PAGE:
9. The method of claim 1, wherein accessing private data comprises:
retrieving encrypted private data from a memory of the virtual reality device;
deriving an encryption key; and
decrypting the encrypted private data using the encryption key.
10. The method of claim 9, further comprising:
sending the private data to the first context server for a transaction.
11. The method of claim 1, wherein restarting the first virtual reality environment comprises:
sending the user identifier and new object data to the first virtual reality application;
decoupling one or more input/output devices from the authentication application; and
coupling the one or more input/output devices to the first virtual reality application.
12. The method of claim 1, wherein the enrolled biometric template is linked to a verification profile identifier during an enrollment process, and wherein the authentication result is determined by:
receiving the biometric sample from the virtual reality device;
generating a second biometric template from the received biometric sample;
determining a verification profile identifier based on the user identifier of the first user;
querying a database of registered biometric templates for linking to the verification profile identifier; and
comparing the registered biometric template with the second biometric template;
determining a match score based on the comparison; and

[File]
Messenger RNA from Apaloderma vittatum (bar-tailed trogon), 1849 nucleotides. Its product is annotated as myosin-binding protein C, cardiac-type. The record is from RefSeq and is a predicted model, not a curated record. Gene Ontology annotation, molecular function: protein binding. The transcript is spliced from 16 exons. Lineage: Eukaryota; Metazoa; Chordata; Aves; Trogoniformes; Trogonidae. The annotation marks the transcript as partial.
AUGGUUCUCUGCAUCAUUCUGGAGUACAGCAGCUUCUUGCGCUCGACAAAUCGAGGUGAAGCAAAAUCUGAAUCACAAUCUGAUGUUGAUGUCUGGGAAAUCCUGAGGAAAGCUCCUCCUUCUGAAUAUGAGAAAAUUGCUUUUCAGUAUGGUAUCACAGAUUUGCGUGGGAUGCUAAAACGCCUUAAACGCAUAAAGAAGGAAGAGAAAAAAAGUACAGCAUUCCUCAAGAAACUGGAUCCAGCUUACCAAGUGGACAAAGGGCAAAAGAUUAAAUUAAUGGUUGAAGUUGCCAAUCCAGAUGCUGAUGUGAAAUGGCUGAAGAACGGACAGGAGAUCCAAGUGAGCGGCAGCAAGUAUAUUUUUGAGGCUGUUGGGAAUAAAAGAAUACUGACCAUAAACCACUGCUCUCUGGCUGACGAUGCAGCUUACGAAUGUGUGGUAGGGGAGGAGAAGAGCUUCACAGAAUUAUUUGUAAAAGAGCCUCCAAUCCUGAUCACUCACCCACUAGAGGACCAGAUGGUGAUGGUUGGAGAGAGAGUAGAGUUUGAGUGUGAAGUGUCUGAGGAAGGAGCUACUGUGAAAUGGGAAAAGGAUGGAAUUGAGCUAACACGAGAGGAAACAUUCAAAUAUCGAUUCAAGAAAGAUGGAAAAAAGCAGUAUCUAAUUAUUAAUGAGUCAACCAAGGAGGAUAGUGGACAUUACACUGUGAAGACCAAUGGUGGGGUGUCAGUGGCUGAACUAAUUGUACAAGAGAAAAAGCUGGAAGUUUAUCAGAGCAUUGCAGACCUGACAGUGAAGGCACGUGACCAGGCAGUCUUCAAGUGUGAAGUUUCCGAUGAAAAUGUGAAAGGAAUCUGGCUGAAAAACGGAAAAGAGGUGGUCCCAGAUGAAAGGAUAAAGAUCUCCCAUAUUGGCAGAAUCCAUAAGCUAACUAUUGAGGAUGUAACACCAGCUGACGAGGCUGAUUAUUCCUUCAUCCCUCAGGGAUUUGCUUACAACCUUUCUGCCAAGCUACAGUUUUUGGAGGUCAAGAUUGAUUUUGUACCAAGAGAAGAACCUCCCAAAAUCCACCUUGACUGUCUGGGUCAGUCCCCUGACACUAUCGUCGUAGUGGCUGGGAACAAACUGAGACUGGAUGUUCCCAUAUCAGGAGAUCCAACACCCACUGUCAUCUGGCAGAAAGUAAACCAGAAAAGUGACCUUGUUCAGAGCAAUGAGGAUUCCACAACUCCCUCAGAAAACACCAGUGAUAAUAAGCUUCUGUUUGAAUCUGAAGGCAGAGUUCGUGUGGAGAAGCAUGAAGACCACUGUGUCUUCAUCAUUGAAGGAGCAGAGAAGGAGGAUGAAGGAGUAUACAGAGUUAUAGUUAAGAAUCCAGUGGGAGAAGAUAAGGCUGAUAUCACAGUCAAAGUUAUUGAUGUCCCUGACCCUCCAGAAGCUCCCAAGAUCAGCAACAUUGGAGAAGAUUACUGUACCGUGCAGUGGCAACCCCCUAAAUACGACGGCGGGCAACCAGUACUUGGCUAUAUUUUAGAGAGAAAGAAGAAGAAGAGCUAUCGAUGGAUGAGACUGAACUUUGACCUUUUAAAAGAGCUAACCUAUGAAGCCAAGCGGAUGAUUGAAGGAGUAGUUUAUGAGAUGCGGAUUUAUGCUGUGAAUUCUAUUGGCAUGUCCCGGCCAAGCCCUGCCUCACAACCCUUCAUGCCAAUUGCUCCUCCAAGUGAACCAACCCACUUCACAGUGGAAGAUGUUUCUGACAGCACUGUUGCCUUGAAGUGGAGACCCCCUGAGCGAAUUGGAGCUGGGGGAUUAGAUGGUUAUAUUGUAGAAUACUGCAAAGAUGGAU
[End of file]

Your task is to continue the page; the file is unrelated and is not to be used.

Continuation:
generating the authentication result based on the matching score.
13. The method of claim 12, wherein the authentication server determines the authentication result, and wherein generating the authentication result based on the matching score comprises:
determining that the match score is above a first threshold;
generating a positive indicator to indicate a successful match; and
including the positive indicator in the authentication result.
14. The method of claim 12, wherein generating the authentication result based on the match score comprises:
determining that the match score is below a first threshold;
determining that the match score is above a second threshold;
determining user information associated with the user identifier;
transmitting an acknowledgement code based on the user information;
receiving the confirmation code;
generating a positive indicator to indicate a successful match; and
including the positive indicator in the authentication result.
15. The method of claim 1, further comprising:
receiving a unique session identifier from the authentication server; and
transmitting the unique session identifier to the first context server.
16. A computer product comprising a computer readable medium storing a plurality of instructions for controlling a computer system to perform the operations of any of the methods described above.
17. A system, comprising:
the computer product of claim 16; and
one or more processors configured to execute instructions stored on the computer-readable medium.
18. A system comprising means for performing any of the methods described above.
19. A system configured to perform any of the methods described above.
20. A system comprising means for performing the steps of any of the methods described above, respectively.
CN201780094167.0A 2017-08-23 2017-08-23 Secure authorization to access private data in virtual reality Pending CN111033501A (en)